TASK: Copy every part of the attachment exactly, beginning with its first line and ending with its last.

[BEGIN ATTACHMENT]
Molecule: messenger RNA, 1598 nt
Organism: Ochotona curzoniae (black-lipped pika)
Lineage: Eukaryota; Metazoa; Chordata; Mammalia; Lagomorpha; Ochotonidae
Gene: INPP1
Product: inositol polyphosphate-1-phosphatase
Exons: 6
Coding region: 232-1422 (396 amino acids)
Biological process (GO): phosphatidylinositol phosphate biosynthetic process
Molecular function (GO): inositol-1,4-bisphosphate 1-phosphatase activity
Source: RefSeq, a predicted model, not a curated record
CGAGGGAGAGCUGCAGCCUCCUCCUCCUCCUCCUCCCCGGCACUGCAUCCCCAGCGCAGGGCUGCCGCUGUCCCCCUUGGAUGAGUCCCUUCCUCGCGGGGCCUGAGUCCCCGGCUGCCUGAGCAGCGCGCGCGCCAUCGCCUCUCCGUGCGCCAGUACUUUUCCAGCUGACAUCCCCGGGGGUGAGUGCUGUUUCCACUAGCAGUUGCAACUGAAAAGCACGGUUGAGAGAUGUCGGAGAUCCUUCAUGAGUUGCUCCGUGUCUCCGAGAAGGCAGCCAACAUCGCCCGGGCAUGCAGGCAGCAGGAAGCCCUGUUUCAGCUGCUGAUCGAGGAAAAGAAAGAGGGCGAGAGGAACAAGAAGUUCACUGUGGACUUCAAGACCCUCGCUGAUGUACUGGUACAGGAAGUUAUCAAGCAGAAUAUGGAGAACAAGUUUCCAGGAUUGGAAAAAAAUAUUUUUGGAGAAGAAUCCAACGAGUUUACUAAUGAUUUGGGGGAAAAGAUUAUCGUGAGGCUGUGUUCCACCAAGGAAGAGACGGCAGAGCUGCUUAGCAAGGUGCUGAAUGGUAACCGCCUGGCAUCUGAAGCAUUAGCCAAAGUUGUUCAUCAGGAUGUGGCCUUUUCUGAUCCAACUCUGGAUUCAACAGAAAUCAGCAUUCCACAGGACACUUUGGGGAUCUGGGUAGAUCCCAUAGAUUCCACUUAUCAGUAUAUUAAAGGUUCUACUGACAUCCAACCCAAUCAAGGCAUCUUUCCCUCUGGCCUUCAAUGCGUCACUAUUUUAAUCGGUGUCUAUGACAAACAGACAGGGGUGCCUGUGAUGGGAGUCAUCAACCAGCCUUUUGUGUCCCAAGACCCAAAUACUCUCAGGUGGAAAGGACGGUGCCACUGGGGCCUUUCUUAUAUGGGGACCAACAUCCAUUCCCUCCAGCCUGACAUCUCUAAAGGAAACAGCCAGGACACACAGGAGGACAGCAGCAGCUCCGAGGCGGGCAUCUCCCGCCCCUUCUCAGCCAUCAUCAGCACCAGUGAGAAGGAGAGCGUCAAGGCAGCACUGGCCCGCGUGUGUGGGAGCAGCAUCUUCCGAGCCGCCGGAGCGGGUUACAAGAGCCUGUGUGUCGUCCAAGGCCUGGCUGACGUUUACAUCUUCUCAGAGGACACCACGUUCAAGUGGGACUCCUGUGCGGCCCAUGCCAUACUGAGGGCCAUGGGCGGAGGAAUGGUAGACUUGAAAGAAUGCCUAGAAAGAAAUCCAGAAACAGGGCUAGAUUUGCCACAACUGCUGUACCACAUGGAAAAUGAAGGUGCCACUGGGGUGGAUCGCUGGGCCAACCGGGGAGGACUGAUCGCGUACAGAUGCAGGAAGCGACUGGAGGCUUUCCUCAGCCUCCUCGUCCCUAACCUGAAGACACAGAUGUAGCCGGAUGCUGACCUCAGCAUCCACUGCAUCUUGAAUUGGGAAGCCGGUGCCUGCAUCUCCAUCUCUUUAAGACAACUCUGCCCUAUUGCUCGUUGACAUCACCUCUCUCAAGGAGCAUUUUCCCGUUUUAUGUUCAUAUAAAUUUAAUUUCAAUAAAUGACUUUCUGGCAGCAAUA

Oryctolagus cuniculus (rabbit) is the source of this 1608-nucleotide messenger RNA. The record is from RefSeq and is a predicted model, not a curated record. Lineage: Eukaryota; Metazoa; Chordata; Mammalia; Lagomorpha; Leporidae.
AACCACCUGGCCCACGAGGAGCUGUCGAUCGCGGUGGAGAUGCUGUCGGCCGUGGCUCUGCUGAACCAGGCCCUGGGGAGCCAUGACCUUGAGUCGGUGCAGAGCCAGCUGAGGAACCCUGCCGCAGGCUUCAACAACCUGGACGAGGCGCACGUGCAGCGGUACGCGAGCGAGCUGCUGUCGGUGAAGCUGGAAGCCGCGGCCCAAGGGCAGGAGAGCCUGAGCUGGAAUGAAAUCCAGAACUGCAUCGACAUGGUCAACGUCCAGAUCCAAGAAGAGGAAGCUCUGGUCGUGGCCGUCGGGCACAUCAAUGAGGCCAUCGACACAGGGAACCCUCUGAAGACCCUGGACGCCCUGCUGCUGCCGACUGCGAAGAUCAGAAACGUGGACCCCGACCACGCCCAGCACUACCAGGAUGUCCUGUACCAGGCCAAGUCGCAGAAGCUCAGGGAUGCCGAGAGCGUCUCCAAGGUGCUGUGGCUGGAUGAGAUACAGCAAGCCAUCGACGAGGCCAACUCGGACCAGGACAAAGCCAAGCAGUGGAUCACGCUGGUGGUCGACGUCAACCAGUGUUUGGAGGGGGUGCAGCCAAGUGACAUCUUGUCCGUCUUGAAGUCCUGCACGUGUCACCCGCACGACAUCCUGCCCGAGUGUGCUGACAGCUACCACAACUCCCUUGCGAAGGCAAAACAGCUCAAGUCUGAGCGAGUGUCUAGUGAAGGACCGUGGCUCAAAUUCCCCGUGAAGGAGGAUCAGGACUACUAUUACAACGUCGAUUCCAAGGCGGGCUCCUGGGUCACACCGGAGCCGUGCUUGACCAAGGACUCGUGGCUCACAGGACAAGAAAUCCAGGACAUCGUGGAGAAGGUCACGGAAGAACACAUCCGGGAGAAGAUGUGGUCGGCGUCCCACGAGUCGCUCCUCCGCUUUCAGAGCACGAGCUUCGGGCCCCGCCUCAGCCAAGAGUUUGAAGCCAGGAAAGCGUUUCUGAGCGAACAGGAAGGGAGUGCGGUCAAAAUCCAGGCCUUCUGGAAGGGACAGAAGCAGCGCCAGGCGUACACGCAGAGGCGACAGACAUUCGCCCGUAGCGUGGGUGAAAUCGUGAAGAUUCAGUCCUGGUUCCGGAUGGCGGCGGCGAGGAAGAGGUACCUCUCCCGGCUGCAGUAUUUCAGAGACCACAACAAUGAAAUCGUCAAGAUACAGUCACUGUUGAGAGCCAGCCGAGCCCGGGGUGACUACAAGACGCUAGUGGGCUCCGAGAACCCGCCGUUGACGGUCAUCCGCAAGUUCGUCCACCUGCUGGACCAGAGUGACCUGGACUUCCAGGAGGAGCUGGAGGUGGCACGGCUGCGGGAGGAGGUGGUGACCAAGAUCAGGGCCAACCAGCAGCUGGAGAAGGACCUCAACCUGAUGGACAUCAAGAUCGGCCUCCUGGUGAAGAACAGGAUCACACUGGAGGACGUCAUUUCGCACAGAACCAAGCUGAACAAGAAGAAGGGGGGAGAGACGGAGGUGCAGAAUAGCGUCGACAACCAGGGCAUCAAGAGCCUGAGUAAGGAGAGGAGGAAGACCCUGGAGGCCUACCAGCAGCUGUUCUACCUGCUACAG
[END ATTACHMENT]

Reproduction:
Molecule: messenger RNA, 1598 nt
Organism: Ochotona curzoniae (black-lipped pika)
Lineage: Eukaryota; Metazoa; Chordata; Mammalia; Lagomorpha; Ochotonidae
Gene: INPP1
Product: inositol polyphosphate-1-phosphatase
Exons: 6
Coding region: 232-1422 (396 amino acids)
Biological process (GO): phosphatidylinositol phosphate biosynthetic process
Molecular function (GO): inositol-1,4-bisphosphate 1-phosphatase activity
Source: RefSeq, a predicted model, not a curated record
CGAGGGAGAGCUGCAGCCUCCUCCUCCUCCUCCUCCCCGGCACUGCAUCCCCAGCGCAGGGCUGCCGCUGUCCCCCUUGGAUGAGUCCCUUCCUCGCGGGGCCUGAGUCCCCGGCUGCCUGAGCAGCGCGCGCGCCAUCGCCUCUCCGUGCGCCAGUACUUUUCCAGCUGACAUCCCCGGGGGUGAGUGCUGUUUCCACUAGCAGUUGCAACUGAAAAGCACGGUUGAGAGAUGUCGGAGAUCCUUCAUGAGUUGCUCCGUGUCUCCGAGAAGGCAGCCAACAUCGCCCGGGCAUGCAGGCAGCAGGAAGCCCUGUUUCAGCUGCUGAUCGAGGAAAAGAAAGAGGGCGAGAGGAACAAGAAGUUCACUGUGGACUUCAAGACCCUCGCUGAUGUACUGGUACAGGAAGUUAUCAAGCAGAAUAUGGAGAACAAGUUUCCAGGAUUGGAAAAAAAUAUUUUUGGAGAAGAAUCCAACGAGUUUACUAAUGAUUUGGGGGAAAAGAUUAUCGUGAGGCUGUGUUCCACCAAGGAAGAGACGGCAGAGCUGCUUAGCAAGGUGCUGAAUGGUAACCGCCUGGCAUCUGAAGCAUUAGCCAAAGUUGUUCAUCAGGAUGUGGCCUUUUCUGAUCCAACUCUGGAUUCAACAGAAAUCAGCAUUCCACAGGACACUUUGGGGAUCUGGGUAGAUCCCAUAGAUUCCACUUAUCAGUAUAUUAAAGGUUCUACUGACAUCCAACCCAAUCAAGGCAUCUUUCCCUCUGGCCUUCAAUGCGUCACUAUUUUAAUCGGUGUCUAUGACAAACAGACAGGGGUGCCUGUGAUGGGAGUCAUCAACCAGCCUUUUGUGUCCCAAGACCCAAAUACUCUCAGGUGGAAAGGACGGUGCCACUGGGGCCUUUCUUAUAUGGGGACCAACAUCCAUUCCCUCCAGCCUGACAUCUCUAAAGGAAACAGCCAGGACACACAGGAGGACAGCAGCAGCUCCGAGGCGGGCAUCUCCCGCCCCUUCUCAGCCAUCAUCAGCACCAGUGAGAAGGAGAGCGUCAAGGCAGCACUGGCCCGCGUGUGUGGGAGCAGCAUCUUCCGAGCCGCCGGAGCGGGUUACAAGAGCCUGUGUGUCGUCCAAGGCCUGGCUGACGUUUACAUCUUCUCAGAGGACACCACGUUCAAGUGGGACUCCUGUGCGGCCCAUGCCAUACUGAGGGCCAUGGGCGGAGGAAUGGUAGACUUGAAAGAAUGCCUAGAAAGAAAUCCAGAAACAGGGCUAGAUUUGCCACAACUGCUGUACCACAUGGAAAAUGAAGGUGCCACUGGGGUGGAUCGCUGGGCCAACCGGGGAGGACUGAUCGCGUACAGAUGCAGGAAGCGACUGGAGGCUUUCCUCAGCCUCCUCGUCCCUAACCUGAAGACACAGAUGUAGCCGGAUGCUGACCUCAGCAUCCACUGCAUCUUGAAUUGGGAAGCCGGUGCCUGCAUCUCCAUCUCUUUAAGACAACUCUGCCCUAUUGCUCGUUGACAUCACCUCUCUCAAGGAGCAUUUUCCCGUUUUAUGUUCAUAUAAAUUUAAUUUCAAUAAAUGACUUUCUGGCAGCAAUA

Oryctolagus cuniculus (rabbit) is the source of this 1608-nucleotide messenger RNA. The record is from RefSeq and is a predicted model, not a curated record. Lineage: Eukaryota; Metazoa; Chordata; Mammalia; Lagomorpha; Leporidae.
AACCACCUGGCCCACGAGGAGCUGUCGAUCGCGGUGGAGAUGCUGUCGGCCGUGGCUCUGCUGAACCAGGCCCUGGGGAGCCAUGACCUUGAGUCGGUGCAGAGCCAGCUGAGGAACCCUGCCGCAGGCUUCAACAACCUGGACGAGGCGCACGUGCAGCGGUACGCGAGCGAGCUGCUGUCGGUGAAGCUGGAAGCCGCGGCCCAAGGGCAGGAGAGCCUGAGCUGGAAUGAAAUCCAGAACUGCAUCGACAUGGUCAACGUCCAGAUCCAAGAAGAGGAAGCUCUGGUCGUGGCCGUCGGGCACAUCAAUGAGGCCAUCGACACAGGGAACCCUCUGAAGACCCUGGACGCCCUGCUGCUGCCGACUGCGAAGAUCAGAAACGUGGACCCCGACCACGCCCAGCACUACCAGGAUGUCCUGUACCAGGCCAAGUCGCAGAAGCUCAGGGAUGCCGAGAGCGUCUCCAAGGUGCUGUGGCUGGAUGAGAUACAGCAAGCCAUCGACGAGGCCAACUCGGACCAGGACAAAGCCAAGCAGUGGAUCACGCUGGUGGUCGACGUCAACCAGUGUUUGGAGGGGGUGCAGCCAAGUGACAUCUUGUCCGUCUUGAAGUCCUGCACGUGUCACCCGCACGACAUCCUGCCCGAGUGUGCUGACAGCUACCACAACUCCCUUGCGAAGGCAAAACAGCUCAAGUCUGAGCGAGUGUCUAGUGAAGGACCGUGGCUCAAAUUCCCCGUGAAGGAGGAUCAGGACUACUAUUACAACGUCGAUUCCAAGGCGGGCUCCUGGGUCACACCGGAGCCGUGCUUGACCAAGGACUCGUGGCUCACAGGACAAGAAAUCCAGGACAUCGUGGAGAAGGUCACGGAAGAACACAUCCGGGAGAAGAUGUGGUCGGCGUCCCACGAGUCGCUCCUCCGCUUUCAGAGCACGAGCUUCGGGCCCCGCCUCAGCCAAGAGUUUGAAGCCAGGAAAGCGUUUCUGAGCGAACAGGAAGGGAGUGCGGUCAAAAUCCAGGCCUUCUGGAAGGGACAGAAGCAGCGCCAGGCGUACACGCAGAGGCGACAGACAUUCGCCCGUAGCGUGGGUGAAAUCGUGAAGAUUCAGUCCUGGUUCCGGAUGGCGGCGGCGAGGAAGAGGUACCUCUCCCGGCUGCAGUAUUUCAGAGACCACAACAAUGAAAUCGUCAAGAUACAGUCACUGUUGAGAGCCAGCCGAGCCCGGGGUGACUACAAGACGCUAGUGGGCUCCGAGAACCCGCCGUUGACGGUCAUCCGCAAGUUCGUCCACCUGCUGGACCAGAGUGACCUGGACUUCCAGGAGGAGCUGGAGGUGGCACGGCUGCGGGAGGAGGUGGUGACCAAGAUCAGGGCCAACCAGCAGCUGGAGAAGGACCUCAACCUGAUGGACAUCAAGAUCGGCCUCCUGGUGAAGAACAGGAUCACACUGGAGGACGUCAUUUCGCACAGAACCAAGCUGAACAAGAAGAAGGGGGGAGAGACGGAGGUGCAGAAUAGCGUCGACAACCAGGGCAUCAAGAGCCUGAGUAAGGAGAGGAGGAAGACCCUGGAGGCCUACCAGCAGCUGUUCUACCUGCUACAG